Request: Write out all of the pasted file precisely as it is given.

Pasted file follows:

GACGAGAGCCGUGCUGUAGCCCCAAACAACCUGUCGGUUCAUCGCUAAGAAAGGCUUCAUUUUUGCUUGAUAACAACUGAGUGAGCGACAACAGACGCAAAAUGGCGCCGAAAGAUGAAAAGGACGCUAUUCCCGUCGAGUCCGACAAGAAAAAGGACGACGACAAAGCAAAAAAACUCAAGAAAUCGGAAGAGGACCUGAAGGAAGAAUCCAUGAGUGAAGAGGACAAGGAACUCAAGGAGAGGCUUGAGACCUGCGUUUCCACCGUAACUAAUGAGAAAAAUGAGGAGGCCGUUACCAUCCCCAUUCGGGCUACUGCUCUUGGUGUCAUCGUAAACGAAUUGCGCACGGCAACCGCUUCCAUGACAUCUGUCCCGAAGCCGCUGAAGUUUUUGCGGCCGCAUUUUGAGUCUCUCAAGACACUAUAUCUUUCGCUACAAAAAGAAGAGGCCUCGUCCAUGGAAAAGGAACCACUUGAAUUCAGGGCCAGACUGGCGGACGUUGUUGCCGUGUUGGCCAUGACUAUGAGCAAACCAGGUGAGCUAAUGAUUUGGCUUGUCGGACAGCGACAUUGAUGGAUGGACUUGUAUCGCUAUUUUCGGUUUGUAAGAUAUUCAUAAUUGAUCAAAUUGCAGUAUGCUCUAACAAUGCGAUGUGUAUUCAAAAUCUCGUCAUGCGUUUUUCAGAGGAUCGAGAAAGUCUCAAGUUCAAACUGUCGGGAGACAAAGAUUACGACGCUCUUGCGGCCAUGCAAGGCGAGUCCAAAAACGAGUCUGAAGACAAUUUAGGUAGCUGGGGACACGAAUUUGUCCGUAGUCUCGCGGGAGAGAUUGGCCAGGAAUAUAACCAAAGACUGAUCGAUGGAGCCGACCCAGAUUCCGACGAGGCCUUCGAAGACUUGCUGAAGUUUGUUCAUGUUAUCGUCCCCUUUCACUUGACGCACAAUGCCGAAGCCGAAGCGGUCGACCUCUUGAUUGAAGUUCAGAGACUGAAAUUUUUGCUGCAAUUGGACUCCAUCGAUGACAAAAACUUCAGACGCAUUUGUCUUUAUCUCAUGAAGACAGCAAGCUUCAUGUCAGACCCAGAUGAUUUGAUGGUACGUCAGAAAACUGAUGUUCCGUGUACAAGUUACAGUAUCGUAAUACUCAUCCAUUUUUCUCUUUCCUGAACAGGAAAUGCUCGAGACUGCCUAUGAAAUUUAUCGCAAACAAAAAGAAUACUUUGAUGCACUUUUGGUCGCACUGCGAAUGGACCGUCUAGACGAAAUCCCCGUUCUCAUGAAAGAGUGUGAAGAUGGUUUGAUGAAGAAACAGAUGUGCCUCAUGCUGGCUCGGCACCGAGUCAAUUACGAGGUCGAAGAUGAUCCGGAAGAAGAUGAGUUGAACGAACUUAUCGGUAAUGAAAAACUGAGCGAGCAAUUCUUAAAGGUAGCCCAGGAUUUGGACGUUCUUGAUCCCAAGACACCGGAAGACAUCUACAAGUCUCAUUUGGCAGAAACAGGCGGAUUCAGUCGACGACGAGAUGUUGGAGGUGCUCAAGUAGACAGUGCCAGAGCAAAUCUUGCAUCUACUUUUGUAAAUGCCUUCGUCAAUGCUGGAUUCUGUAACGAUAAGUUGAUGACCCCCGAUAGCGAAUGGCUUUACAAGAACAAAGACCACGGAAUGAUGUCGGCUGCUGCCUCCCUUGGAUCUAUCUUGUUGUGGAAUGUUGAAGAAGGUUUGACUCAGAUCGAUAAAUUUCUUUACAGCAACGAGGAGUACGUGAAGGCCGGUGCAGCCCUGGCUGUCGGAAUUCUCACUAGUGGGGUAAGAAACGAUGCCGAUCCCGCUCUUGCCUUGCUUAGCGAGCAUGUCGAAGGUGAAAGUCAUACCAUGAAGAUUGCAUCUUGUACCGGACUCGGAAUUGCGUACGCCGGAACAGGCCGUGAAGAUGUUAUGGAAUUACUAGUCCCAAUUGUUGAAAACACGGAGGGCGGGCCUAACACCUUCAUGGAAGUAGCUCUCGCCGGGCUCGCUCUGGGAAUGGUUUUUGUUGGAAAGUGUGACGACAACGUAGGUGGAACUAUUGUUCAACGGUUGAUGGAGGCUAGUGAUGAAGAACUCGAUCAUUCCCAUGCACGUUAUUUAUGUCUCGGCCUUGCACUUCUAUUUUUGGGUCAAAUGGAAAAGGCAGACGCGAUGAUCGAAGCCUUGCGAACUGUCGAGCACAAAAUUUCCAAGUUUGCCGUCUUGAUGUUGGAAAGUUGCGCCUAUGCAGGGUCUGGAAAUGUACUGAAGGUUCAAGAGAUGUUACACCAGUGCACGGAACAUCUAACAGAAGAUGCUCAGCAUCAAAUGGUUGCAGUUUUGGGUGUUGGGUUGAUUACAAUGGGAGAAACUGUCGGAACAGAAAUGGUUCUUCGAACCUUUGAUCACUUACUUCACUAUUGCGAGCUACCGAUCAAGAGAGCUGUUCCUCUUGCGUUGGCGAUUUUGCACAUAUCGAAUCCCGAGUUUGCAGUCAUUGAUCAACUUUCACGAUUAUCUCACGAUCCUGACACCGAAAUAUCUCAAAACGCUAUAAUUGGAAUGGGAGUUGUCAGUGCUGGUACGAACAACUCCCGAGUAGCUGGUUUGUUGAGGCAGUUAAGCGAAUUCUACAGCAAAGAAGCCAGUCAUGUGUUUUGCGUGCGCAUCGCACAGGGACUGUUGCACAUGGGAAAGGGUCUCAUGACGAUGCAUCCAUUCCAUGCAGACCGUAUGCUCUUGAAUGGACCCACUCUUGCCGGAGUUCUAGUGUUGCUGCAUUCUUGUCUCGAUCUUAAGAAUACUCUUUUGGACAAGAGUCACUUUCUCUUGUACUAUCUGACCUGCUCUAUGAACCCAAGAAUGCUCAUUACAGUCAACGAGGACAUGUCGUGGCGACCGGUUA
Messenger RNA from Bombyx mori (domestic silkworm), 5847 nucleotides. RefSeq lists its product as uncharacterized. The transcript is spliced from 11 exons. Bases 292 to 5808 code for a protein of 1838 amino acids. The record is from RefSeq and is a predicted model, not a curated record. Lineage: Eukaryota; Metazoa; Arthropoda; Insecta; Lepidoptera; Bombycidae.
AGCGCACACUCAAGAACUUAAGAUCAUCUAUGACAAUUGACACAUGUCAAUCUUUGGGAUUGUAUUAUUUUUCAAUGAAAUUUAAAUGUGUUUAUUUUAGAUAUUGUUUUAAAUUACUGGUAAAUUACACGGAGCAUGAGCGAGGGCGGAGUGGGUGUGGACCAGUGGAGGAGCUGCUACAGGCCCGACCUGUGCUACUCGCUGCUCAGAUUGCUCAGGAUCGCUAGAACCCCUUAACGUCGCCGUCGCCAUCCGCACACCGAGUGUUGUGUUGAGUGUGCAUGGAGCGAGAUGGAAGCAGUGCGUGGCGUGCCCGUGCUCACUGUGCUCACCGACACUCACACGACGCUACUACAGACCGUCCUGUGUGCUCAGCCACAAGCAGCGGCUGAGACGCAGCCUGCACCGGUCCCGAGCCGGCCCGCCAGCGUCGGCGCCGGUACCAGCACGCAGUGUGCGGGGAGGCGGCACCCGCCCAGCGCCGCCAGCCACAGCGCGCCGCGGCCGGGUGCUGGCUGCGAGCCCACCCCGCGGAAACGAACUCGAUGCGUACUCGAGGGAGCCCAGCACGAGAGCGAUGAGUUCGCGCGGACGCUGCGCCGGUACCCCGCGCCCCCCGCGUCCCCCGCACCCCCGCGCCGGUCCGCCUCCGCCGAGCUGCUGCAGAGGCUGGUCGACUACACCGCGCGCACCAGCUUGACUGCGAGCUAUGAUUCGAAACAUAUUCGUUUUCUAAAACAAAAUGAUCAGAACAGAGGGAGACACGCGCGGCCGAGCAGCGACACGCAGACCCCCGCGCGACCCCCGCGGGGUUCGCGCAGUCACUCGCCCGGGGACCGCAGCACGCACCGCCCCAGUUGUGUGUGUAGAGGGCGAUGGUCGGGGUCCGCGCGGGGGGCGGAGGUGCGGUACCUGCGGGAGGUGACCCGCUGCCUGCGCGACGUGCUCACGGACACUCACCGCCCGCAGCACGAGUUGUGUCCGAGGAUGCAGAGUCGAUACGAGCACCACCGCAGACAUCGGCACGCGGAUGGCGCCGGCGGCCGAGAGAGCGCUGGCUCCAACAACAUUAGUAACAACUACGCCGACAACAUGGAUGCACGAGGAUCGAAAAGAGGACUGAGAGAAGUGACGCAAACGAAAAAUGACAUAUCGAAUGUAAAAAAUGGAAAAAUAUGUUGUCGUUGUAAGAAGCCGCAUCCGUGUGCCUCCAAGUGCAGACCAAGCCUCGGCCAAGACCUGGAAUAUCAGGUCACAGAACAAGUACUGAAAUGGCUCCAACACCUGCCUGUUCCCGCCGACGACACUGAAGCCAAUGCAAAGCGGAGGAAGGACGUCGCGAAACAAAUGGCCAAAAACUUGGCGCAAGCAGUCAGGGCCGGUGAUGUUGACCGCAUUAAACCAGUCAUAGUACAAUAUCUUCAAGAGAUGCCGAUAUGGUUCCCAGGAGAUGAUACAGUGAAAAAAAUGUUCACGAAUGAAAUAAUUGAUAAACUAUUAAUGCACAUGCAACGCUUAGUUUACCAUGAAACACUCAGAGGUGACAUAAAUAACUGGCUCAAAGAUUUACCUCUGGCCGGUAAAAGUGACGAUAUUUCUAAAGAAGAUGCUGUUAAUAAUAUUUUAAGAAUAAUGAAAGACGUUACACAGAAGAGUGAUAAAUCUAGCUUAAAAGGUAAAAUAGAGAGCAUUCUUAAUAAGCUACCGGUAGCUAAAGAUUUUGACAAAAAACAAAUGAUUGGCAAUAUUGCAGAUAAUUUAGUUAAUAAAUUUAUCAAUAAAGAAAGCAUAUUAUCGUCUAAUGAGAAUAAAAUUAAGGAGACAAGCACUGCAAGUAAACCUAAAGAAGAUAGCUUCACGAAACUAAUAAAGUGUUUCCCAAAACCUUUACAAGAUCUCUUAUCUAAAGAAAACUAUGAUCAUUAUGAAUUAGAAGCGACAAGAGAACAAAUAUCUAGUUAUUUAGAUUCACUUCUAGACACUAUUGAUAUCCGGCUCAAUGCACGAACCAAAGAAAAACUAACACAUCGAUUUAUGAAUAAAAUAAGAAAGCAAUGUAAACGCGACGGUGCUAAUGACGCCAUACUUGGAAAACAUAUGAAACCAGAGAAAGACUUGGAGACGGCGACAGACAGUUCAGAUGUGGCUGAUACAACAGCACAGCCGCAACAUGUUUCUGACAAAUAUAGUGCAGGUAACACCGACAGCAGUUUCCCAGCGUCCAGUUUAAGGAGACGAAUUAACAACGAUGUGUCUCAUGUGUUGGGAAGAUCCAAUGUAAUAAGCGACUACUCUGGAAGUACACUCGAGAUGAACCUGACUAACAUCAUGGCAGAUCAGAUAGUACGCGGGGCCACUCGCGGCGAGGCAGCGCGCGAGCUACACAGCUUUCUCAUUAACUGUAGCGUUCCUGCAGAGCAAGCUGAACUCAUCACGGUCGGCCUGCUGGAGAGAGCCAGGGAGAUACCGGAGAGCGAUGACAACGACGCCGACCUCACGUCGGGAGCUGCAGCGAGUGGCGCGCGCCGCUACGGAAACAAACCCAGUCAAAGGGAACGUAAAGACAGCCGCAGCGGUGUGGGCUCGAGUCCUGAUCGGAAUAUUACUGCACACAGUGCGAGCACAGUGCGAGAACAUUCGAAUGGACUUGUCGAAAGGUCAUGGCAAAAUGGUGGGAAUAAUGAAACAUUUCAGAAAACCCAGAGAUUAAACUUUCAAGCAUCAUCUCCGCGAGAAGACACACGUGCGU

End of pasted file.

GACGAGAGCCGUGCUGUAGCCCCAAACAACCUGUCGGUUCAUCGCUAAGAAAGGCUUCAUUUUUGCUUGAUAACAACUGAGUGAGCGACAACAGACGCAAAAUGGCGCCGAAAGAUGAAAAGGACGCUAUUCCCGUCGAGUCCGACAAGAAAAAGGACGACGACAAAGCAAAAAAACUCAAGAAAUCGGAAGAGGACCUGAAGGAAGAAUCCAUGAGUGAAGAGGACAAGGAACUCAAGGAGAGGCUUGAGACCUGCGUUUCCACCGUAACUAAUGAGAAAAAUGAGGAGGCCGUUACCAUCCCCAUUCGGGCUACUGCUCUUGGUGUCAUCGUAAACGAAUUGCGCACGGCAACCGCUUCCAUGACAUCUGUCCCGAAGCCGCUGAAGUUUUUGCGGCCGCAUUUUGAGUCUCUCAAGACACUAUAUCUUUCGCUACAAAAAGAAGAGGCCUCGUCCAUGGAAAAGGAACCACUUGAAUUCAGGGCCAGACUGGCGGACGUUGUUGCCGUGUUGGCCAUGACUAUGAGCAAACCAGGUGAGCUAAUGAUUUGGCUUGUCGGACAGCGACAUUGAUGGAUGGACUUGUAUCGCUAUUUUCGGUUUGUAAGAUAUUCAUAAUUGAUCAAAUUGCAGUAUGCUCUAACAAUGCGAUGUGUAUUCAAAAUCUCGUCAUGCGUUUUUCAGAGGAUCGAGAAAGUCUCAAGUUCAAACUGUCGGGAGACAAAGAUUACGACGCUCUUGCGGCCAUGCAAGGCGAGUCCAAAAACGAGUCUGAAGACAAUUUAGGUAGCUGGGGACACGAAUUUGUCCGUAGUCUCGCGGGAGAGAUUGGCCAGGAAUAUAACCAAAGACUGAUCGAUGGAGCCGACCCAGAUUCCGACGAGGCCUUCGAAGACUUGCUGAAGUUUGUUCAUGUUAUCGUCCCCUUUCACUUGACGCACAAUGCCGAAGCCGAAGCGGUCGACCUCUUGAUUGAAGUUCAGAGACUGAAAUUUUUGCUGCAAUUGGACUCCAUCGAUGACAAAAACUUCAGACGCAUUUGUCUUUAUCUCAUGAAGACAGCAAGCUUCAUGUCAGACCCAGAUGAUUUGAUGGUACGUCAGAAAACUGAUGUUCCGUGUACAAGUUACAGUAUCGUAAUACUCAUCCAUUUUUCUCUUUCCUGAACAGGAAAUGCUCGAGACUGCCUAUGAAAUUUAUCGCAAACAAAAAGAAUACUUUGAUGCACUUUUGGUCGCACUGCGAAUGGACCGUCUAGACGAAAUCCCCGUUCUCAUGAAAGAGUGUGAAGAUGGUUUGAUGAAGAAACAGAUGUGCCUCAUGCUGGCUCGGCACCGAGUCAAUUACGAGGUCGAAGAUGAUCCGGAAGAAGAUGAGUUGAACGAACUUAUCGGUAAUGAAAAACUGAGCGAGCAAUUCUUAAAGGUAGCCCAGGAUUUGGACGUUCUUGAUCCCAAGACACCGGAAGACAUCUACAAGUCUCAUUUGGCAGAAACAGGCGGAUUCAGUCGACGACGAGAUGUUGGAGGUGCUCAAGUAGACAGUGCCAGAGCAAAUCUUGCAUCUACUUUUGUAAAUGCCUUCGUCAAUGCUGGAUUCUGUAACGAUAAGUUGAUGACCCCCGAUAGCGAAUGGCUUUACAAGAACAAAGACCACGGAAUGAUGUCGGCUGCUGCCUCCCUUGGAUCUAUCUUGUUGUGGAAUGUUGAAGAAGGUUUGACUCAGAUCGAUAAAUUUCUUUACAGCAACGAGGAGUACGUGAAGGCCGGUGCAGCCCUGGCUGUCGGAAUUCUCACUAGUGGGGUAAGAAACGAUGCCGAUCCCGCUCUUGCCUUGCUUAGCGAGCAUGUCGAAGGUGAAAGUCAUACCAUGAAGAUUGCAUCUUGUACCGGACUCGGAAUUGCGUACGCCGGAACAGGCCGUGAAGAUGUUAUGGAAUUACUAGUCCCAAUUGUUGAAAACACGGAGGGCGGGCCUAACACCUUCAUGGAAGUAGCUCUCGCCGGGCUCGCUCUGGGAAUGGUUUUUGUUGGAAAGUGUGACGACAACGUAGGUGGAACUAUUGUUCAACGGUUGAUGGAGGCUAGUGAUGAAGAACUCGAUCAUUCCCAUGCACGUUAUUUAUGUCUCGGCCUUGCACUUCUAUUUUUGGGUCAAAUGGAAAAGGCAGACGCGAUGAUCGAAGCCUUGCGAACUGUCGAGCACAAAAUUUCCAAGUUUGCCGUCUUGAUGUUGGAAAGUUGCGCCUAUGCAGGGUCUGGAAAUGUACUGAAGGUUCAAGAGAUGUUACACCAGUGCACGGAACAUCUAACAGAAGAUGCUCAGCAUCAAAUGGUUGCAGUUUUGGGUGUUGGGUUGAUUACAAUGGGAGAAACUGUCGGAACAGAAAUGGUUCUUCGAACCUUUGAUCACUUACUUCACUAUUGCGAGCUACCGAUCAAGAGAGCUGUUCCUCUUGCGUUGGCGAUUUUGCACAUAUCGAAUCCCGAGUUUGCAGUCAUUGAUCAACUUUCACGAUUAUCUCACGAUCCUGACACCGAAAUAUCUCAAAACGCUAUAAUUGGAAUGGGAGUUGUCAGUGCUGGUACGAACAACUCCCGAGUAGCUGGUUUGUUGAGGCAGUUAAGCGAAUUCUACAGCAAAGAAGCCAGUCAUGUGUUUUGCGUGCGCAUCGCACAGGGACUGUUGCACAUGGGAAAGGGUCUCAUGACGAUGCAUCCAUUCCAUGCAGACCGUAUGCUCUUGAAUGGACCCACUCUUGCCGGAGUUCUAGUGUUGCUGCAUUCUUGUCUCGAUCUUAAGAAUACUCUUUUGGACAAGAGUCACUUUCUCUUGUACUAUCUGACCUGCUCUAUGAACCCAAGAAUGCUCAUUACAGUCAACGAGGACAUGUCGUGGCGACCGGUUA
Messenger RNA from Bombyx mori (domestic silkworm), 5847 nucleotides. RefSeq lists its product as uncharacterized. The transcript is spliced from 11 exons. Bases 292 to 5808 code for a protein of 1838 amino acids. The record is from RefSeq and is a predicted model, not a curated record. Lineage: Eukaryota; Metazoa; Arthropoda; Insecta; Lepidoptera; Bombycidae.
AGCGCACACUCAAGAACUUAAGAUCAUCUAUGACAAUUGACACAUGUCAAUCUUUGGGAUUGUAUUAUUUUUCAAUGAAAUUUAAAUGUGUUUAUUUUAGAUAUUGUUUUAAAUUACUGGUAAAUUACACGGAGCAUGAGCGAGGGCGGAGUGGGUGUGGACCAGUGGAGGAGCUGCUACAGGCCCGACCUGUGCUACUCGCUGCUCAGAUUGCUCAGGAUCGCUAGAACCCCUUAACGUCGCCGUCGCCAUCCGCACACCGAGUGUUGUGUUGAGUGUGCAUGGAGCGAGAUGGAAGCAGUGCGUGGCGUGCCCGUGCUCACUGUGCUCACCGACACUCACACGACGCUACUACAGACCGUCCUGUGUGCUCAGCCACAAGCAGCGGCUGAGACGCAGCCUGCACCGGUCCCGAGCCGGCCCGCCAGCGUCGGCGCCGGUACCAGCACGCAGUGUGCGGGGAGGCGGCACCCGCCCAGCGCCGCCAGCCACAGCGCGCCGCGGCCGGGUGCUGGCUGCGAGCCCACCCCGCGGAAACGAACUCGAUGCGUACUCGAGGGAGCCCAGCACGAGAGCGAUGAGUUCGCGCGGACGCUGCGCCGGUACCCCGCGCCCCCCGCGUCCCCCGCACCCCCGCGCCGGUCCGCCUCCGCCGAGCUGCUGCAGAGGCUGGUCGACUACACCGCGCGCACCAGCUUGACUGCGAGCUAUGAUUCGAAACAUAUUCGUUUUCUAAAACAAAAUGAUCAGAACAGAGGGAGACACGCGCGGCCGAGCAGCGACACGCAGACCCCCGCGCGACCCCCGCGGGGUUCGCGCAGUCACUCGCCCGGGGACCGCAGCACGCACCGCCCCAGUUGUGUGUGUAGAGGGCGAUGGUCGGGGUCCGCGCGGGGGGCGGAGGUGCGGUACCUGCGGGAGGUGACCCGCUGCCUGCGCGACGUGCUCACGGACACUCACCGCCCGCAGCACGAGUUGUGUCCGAGGAUGCAGAGUCGAUACGAGCACCACCGCAGACAUCGGCACGCGGAUGGCGCCGGCGGCCGAGAGAGCGCUGGCUCCAACAACAUUAGUAACAACUACGCCGACAACAUGGAUGCACGAGGAUCGAAAAGAGGACUGAGAGAAGUGACGCAAACGAAAAAUGACAUAUCGAAUGUAAAAAAUGGAAAAAUAUGUUGUCGUUGUAAGAAGCCGCAUCCGUGUGCCUCCAAGUGCAGACCAAGCCUCGGCCAAGACCUGGAAUAUCAGGUCACAGAACAAGUACUGAAAUGGCUCCAACACCUGCCUGUUCCCGCCGACGACACUGAAGCCAAUGCAAAGCGGAGGAAGGACGUCGCGAAACAAAUGGCCAAAAACUUGGCGCAAGCAGUCAGGGCCGGUGAUGUUGACCGCAUUAAACCAGUCAUAGUACAAUAUCUUCAAGAGAUGCCGAUAUGGUUCCCAGGAGAUGAUACAGUGAAAAAAAUGUUCACGAAUGAAAUAAUUGAUAAACUAUUAAUGCACAUGCAACGCUUAGUUUACCAUGAAACACUCAGAGGUGACAUAAAUAACUGGCUCAAAGAUUUACCUCUGGCCGGUAAAAGUGACGAUAUUUCUAAAGAAGAUGCUGUUAAUAAUAUUUUAAGAAUAAUGAAAGACGUUACACAGAAGAGUGAUAAAUCUAGCUUAAAAGGUAAAAUAGAGAGCAUUCUUAAUAAGCUACCGGUAGCUAAAGAUUUUGACAAAAAACAAAUGAUUGGCAAUAUUGCAGAUAAUUUAGUUAAUAAAUUUAUCAAUAAAGAAAGCAUAUUAUCGUCUAAUGAGAAUAAAAUUAAGGAGACAAGCACUGCAAGUAAACCUAAAGAAGAUAGCUUCACGAAACUAAUAAAGUGUUUCCCAAAACCUUUACAAGAUCUCUUAUCUAAAGAAAACUAUGAUCAUUAUGAAUUAGAAGCGACAAGAGAACAAAUAUCUAGUUAUUUAGAUUCACUUCUAGACACUAUUGAUAUCCGGCUCAAUGCACGAACCAAAGAAAAACUAACACAUCGAUUUAUGAAUAAAAUAAGAAAGCAAUGUAAACGCGACGGUGCUAAUGACGCCAUACUUGGAAAACAUAUGAAACCAGAGAAAGACUUGGAGACGGCGACAGACAGUUCAGAUGUGGCUGAUACAACAGCACAGCCGCAACAUGUUUCUGACAAAUAUAGUGCAGGUAACACCGACAGCAGUUUCCCAGCGUCCAGUUUAAGGAGACGAAUUAACAACGAUGUGUCUCAUGUGUUGGGAAGAUCCAAUGUAAUAAGCGACUACUCUGGAAGUACACUCGAGAUGAACCUGACUAACAUCAUGGCAGAUCAGAUAGUACGCGGGGCCACUCGCGGCGAGGCAGCGCGCGAGCUACACAGCUUUCUCAUUAACUGUAGCGUUCCUGCAGAGCAAGCUGAACUCAUCACGGUCGGCCUGCUGGAGAGAGCCAGGGAGAUACCGGAGAGCGAUGACAACGACGCCGACCUCACGUCGGGAGCUGCAGCGAGUGGCGCGCGCCGCUACGGAAACAAACCCAGUCAAAGGGAACGUAAAGACAGCCGCAGCGGUGUGGGCUCGAGUCCUGAUCGGAAUAUUACUGCACACAGUGCGAGCACAGUGCGAGAACAUUCGAAUGGACUUGUCGAAAGGUCAUGGCAAAAUGGUGGGAAUAAUGAAACAUUUCAGAAAACCCAGAGAUUAAACUUUCAAGCAUCAUCUCCGCGAGAAGACACACGUGCGU